Histopathology Staff Shortages 'Affecting Cancer Diagnoses'

Nicky Broyd

September 17, 2018

The Royal College of Pathologists has issued a report highlighting staff shortages in hospital histopathology departments.

The document, Meeting pathology demand: Histopathology workforce census, is the result of information gathered in 2017. Three-quarters of histopathology departments across the UK took part and only 3% said they had enough staff to cope with the demand for testing.

Staffing gaps were often filled by locum and agency workers at a higher cost to the NHS.

As well as staffing problems, the report says histopathologists face an increased workload from NHS screening programmes, pressures from out-dated computer systems, and new complex demands from personalised cancer treatments.

The report also shows recruitment problems are set to worsen as experienced histopathologists retire. A quarter of current staff are at least 55-years-old and 36% of these are aged 60 or older.

'Delays in diagnosis'

In a statement, Professor Jo Martin, president of the Royal College of Pathologists, said: "The cost of staff shortages across histopathology departments is high for both patients and for our health services. For patients, it means worrying delays in diagnosis and treatment.

"For NHS hospitals, it means spending more resources on locum doctors to fill staffing gaps, or outsourcing services. We estimate this costs £27m each year across the UK health service – money that could be better invested in staff and new diagnostic equipment."

Prof Martin continued: "Demand for pathology services has grown significantly in recent years and continues to grow. The pathology workforce has not increased in line with this demand. If this trend continues unchecked, clinical services could be in jeopardy. Making sure pathology services can cope with current and future demand is essential if we are to ensure early diagnosis and improve outcomes for patients."

Action Plan

The Royal College of Pathologists has proposed solutions to help solve highlighted issues in the short and long-term. These include:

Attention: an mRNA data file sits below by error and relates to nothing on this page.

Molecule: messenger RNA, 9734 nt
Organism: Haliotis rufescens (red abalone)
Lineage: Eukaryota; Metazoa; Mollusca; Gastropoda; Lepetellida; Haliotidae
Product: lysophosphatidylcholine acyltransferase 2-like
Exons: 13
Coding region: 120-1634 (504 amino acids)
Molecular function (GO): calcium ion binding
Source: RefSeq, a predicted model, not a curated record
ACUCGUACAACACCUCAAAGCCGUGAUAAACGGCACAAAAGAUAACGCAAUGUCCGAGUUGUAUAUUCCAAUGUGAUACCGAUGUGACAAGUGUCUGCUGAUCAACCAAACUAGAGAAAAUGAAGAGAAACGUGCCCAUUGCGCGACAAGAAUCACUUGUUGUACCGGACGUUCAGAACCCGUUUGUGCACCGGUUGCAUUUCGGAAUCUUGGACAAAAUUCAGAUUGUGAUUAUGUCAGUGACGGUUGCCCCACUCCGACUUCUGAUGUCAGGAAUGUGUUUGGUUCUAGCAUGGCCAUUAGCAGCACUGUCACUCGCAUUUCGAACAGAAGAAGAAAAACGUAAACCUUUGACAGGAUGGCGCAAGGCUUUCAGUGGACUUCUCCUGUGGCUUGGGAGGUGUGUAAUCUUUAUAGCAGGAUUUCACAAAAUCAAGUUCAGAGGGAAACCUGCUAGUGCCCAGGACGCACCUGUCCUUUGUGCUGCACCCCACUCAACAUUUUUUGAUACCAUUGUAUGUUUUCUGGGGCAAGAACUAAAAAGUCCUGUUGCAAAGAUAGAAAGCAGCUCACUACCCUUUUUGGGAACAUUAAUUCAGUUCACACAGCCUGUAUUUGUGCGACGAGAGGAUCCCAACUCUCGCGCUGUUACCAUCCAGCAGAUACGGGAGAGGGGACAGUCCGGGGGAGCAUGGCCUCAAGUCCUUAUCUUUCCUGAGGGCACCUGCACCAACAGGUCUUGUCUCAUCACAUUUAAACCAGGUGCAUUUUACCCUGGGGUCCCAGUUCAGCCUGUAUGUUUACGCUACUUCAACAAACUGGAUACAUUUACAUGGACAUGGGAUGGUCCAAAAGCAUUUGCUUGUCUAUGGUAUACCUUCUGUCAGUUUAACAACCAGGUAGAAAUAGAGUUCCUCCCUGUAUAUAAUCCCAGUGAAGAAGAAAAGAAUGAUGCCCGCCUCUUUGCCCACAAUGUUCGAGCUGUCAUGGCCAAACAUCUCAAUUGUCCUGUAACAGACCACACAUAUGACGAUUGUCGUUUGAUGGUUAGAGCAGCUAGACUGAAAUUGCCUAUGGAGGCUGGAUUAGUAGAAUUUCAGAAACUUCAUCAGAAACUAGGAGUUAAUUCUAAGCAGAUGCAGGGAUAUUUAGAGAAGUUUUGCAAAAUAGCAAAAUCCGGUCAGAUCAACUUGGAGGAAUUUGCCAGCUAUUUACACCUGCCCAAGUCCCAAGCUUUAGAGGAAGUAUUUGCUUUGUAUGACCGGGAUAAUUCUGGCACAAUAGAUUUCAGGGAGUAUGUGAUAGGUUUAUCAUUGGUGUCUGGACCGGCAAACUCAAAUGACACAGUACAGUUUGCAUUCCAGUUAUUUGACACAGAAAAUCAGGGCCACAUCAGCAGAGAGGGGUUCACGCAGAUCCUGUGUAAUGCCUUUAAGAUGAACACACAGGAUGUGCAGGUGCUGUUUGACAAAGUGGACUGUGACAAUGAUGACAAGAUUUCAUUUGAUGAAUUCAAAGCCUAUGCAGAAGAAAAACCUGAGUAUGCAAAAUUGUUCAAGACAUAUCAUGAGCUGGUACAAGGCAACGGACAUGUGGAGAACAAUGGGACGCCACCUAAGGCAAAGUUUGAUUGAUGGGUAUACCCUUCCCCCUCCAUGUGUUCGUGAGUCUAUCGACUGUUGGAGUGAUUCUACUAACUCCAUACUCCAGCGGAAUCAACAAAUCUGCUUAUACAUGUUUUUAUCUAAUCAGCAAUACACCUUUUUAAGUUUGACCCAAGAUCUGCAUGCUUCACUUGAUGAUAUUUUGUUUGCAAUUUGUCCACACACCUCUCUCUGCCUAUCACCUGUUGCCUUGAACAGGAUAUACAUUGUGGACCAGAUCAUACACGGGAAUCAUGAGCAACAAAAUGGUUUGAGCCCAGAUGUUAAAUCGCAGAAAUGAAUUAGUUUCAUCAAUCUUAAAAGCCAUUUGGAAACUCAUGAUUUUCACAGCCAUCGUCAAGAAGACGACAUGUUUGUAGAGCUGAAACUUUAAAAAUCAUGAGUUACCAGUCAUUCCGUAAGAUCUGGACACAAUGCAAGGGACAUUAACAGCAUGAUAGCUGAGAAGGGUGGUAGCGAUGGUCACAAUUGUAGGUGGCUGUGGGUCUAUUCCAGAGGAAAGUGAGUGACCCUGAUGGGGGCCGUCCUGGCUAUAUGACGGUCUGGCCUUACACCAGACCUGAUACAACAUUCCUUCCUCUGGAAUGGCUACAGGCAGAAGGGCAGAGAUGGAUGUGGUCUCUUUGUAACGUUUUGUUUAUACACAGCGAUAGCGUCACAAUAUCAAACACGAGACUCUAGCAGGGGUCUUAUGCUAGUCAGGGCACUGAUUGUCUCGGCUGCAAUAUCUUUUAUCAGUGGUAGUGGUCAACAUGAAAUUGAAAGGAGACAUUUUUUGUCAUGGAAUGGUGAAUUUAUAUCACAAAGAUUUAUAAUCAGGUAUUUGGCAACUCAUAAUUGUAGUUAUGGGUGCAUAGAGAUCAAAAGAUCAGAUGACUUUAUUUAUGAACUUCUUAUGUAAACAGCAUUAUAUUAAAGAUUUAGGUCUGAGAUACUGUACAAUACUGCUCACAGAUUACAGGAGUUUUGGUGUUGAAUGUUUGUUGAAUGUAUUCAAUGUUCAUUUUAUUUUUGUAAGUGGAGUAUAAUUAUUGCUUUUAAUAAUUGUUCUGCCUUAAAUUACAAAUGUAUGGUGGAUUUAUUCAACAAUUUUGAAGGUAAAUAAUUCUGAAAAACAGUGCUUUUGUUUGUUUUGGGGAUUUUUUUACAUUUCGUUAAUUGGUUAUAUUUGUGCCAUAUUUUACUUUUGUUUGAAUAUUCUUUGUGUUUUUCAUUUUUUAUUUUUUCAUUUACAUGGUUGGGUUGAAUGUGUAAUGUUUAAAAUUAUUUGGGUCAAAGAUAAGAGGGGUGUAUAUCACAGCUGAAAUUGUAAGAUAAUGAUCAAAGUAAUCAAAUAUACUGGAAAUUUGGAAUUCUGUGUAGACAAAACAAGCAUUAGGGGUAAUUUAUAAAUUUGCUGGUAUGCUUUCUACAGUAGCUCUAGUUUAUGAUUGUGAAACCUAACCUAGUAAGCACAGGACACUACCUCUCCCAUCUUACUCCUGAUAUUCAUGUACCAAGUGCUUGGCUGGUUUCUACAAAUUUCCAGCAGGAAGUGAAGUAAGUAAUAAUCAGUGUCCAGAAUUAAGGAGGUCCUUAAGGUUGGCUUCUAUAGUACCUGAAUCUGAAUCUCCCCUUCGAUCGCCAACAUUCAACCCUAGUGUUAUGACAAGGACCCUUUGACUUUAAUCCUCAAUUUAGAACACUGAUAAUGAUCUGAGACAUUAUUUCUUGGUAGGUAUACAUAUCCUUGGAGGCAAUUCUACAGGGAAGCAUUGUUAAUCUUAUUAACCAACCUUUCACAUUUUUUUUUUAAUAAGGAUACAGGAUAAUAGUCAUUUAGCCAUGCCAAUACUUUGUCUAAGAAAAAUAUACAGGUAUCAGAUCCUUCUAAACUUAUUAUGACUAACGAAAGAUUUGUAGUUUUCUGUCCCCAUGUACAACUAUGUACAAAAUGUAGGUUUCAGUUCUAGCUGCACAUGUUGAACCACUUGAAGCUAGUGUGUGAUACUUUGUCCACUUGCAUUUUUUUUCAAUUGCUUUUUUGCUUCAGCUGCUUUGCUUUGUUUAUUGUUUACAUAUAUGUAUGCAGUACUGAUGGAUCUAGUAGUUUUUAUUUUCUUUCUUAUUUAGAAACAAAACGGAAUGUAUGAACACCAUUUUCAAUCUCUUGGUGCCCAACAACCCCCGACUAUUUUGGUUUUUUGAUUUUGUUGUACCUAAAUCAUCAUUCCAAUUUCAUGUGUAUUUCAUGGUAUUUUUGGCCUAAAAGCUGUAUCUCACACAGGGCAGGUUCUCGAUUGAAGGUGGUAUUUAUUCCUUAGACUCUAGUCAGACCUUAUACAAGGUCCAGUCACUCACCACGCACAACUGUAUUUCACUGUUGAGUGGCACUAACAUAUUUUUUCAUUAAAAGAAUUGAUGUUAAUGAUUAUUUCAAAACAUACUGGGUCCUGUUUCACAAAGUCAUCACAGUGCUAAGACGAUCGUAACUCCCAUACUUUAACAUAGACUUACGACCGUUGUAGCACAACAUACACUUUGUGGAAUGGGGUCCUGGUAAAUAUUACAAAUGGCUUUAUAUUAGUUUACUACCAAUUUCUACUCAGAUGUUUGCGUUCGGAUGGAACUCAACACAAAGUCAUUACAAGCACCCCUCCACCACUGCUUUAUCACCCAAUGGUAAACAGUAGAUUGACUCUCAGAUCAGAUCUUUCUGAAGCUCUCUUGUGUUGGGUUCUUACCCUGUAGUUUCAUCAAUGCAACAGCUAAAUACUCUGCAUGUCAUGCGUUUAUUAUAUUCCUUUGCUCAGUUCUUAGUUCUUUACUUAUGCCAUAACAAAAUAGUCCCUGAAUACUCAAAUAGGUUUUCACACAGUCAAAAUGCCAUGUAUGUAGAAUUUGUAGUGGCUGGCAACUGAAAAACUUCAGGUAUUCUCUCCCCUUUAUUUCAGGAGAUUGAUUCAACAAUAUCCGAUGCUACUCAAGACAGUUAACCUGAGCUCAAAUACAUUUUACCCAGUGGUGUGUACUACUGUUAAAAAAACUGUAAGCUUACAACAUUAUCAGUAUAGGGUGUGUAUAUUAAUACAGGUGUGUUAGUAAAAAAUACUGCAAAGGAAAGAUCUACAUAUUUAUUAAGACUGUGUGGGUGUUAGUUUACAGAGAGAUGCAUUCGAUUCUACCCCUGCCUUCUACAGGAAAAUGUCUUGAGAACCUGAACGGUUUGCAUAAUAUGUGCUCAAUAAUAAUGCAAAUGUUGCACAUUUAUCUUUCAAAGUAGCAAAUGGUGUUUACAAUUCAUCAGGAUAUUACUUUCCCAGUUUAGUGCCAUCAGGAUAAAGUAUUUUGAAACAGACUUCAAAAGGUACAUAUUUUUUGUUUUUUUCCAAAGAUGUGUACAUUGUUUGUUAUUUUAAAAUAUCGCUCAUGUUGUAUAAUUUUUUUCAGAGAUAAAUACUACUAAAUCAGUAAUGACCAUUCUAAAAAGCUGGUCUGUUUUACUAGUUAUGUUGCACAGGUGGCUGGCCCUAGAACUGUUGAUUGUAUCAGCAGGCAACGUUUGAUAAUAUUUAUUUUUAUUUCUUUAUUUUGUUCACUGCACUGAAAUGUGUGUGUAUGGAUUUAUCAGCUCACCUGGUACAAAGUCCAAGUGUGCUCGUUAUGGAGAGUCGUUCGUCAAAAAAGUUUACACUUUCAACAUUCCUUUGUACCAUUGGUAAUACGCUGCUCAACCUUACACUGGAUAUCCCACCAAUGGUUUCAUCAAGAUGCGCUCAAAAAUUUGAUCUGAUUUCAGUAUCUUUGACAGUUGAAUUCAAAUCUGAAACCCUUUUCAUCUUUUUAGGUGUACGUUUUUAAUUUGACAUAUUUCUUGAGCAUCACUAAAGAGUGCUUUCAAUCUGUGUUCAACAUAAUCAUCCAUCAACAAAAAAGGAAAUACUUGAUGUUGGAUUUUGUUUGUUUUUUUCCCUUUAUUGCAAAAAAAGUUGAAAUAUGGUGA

• Increasing funded histopathology training places

  • Offering 'golden hellos' in problem recruitment areas for specialist histopathology trainees

  • Improved IT systems and investment in digital pathology technology

  • Developing advanced clinical practitioners to work alongside medically-qualified histopathologists


Reacting to the report, Emlyn Samuel, Cancer Research UK’s head of policy development, said: "This report is another compelling example of why the Government and NHS must address staff shortages in professions, like pathology, which are vital in the diagnosis and treatment of cancer."

For the NHS in England, a Department of Health and Social Care spokesperson said: "There are hundreds more pathologists in the NHS compared with 2010 and hospitals have reduced spending on temporary agency staff by over half a billion pounds in the last year.

"We are listening to staff, encouraging more flexible working and have increased medical training places for home-grown doctors by 25%, to ensure the NHS has the workforce it needs for the future."

A Scottish Government spokesperson said: "We recognise the importance of pathology specialisms, that's why we increased training places for paediatric pathology in 2016, histopathology in 2017 and diagnostic neuropathology in 2018 to ensure we support our health workforce to meet patient needs. We are currently considering a request for additional pathology trainees for 2019."

A Welsh Government spokesperson said: "Like the rest of the UK, we are facing challenges in recruiting pathologists. We are working closely with the service, including the Royal College of Pathologists, to develop a national plan to address this issue."


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